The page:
When my partner first moved in with me, sharing space with him and my young adult children wasn’t hard to be honest, as they all get along. When he raised the concept of us moving in together I must admit that, while I was looking forward to it, I also knew from experience that cohabitating always involves teething problems. Having been living sans partner for some years, I decided, in the name of adulting, to talk about the things I thought might be potential pot holes. What I really needed was a partner in the true sense of the word. Someone who would equally share the housework, sure, but also the emotional load.
Of course he agreed to all of that willingly, but in truth, I had doubts. Why is it that this issue remains one of gender and that women generally end up shouldering the lion’s share of emotional labour in in this day and age?
Emotional Labour , as a term, was first coined by American sociologist Arlie Hochschild in her book The Managed Heart published in 1983. Arlie described emotional labour as having to “induce or suppress feeling in order to sustain the outward countenance that produces the proper state of mind in others”. In more recent times the term ’emotional labour’ has been adopted in feminist conversations. In 2017 writer Gemma Hartely wrote a piece for Harper’s Bizarre entitled Women Aren’t Nags – We’re Just Fed Up. This article about her breaking point with carrying the emotional load for her husband and kids subsequently went viral, and for good reason.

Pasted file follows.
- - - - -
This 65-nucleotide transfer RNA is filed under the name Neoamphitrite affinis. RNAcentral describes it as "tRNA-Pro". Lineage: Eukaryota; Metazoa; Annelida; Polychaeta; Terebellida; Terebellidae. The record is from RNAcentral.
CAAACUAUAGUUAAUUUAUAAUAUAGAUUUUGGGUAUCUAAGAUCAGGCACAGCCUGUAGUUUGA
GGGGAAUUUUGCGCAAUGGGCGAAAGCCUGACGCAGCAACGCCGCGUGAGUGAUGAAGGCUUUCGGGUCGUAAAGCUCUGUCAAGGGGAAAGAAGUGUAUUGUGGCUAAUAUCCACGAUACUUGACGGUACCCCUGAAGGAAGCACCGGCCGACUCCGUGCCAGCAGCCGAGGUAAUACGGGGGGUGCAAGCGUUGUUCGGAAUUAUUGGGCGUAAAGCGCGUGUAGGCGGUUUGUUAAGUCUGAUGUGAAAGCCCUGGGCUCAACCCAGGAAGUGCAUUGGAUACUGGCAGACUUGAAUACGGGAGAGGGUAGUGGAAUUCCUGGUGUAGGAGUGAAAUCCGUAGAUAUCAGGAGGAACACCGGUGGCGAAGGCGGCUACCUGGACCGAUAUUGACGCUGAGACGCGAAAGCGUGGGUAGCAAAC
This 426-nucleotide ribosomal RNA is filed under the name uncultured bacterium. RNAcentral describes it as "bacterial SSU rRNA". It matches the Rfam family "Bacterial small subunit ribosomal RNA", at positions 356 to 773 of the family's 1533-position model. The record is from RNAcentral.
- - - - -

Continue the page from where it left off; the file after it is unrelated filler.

Gemma Hartley’s story resonated with women worldwide.
So, what the hell is emotional labour?
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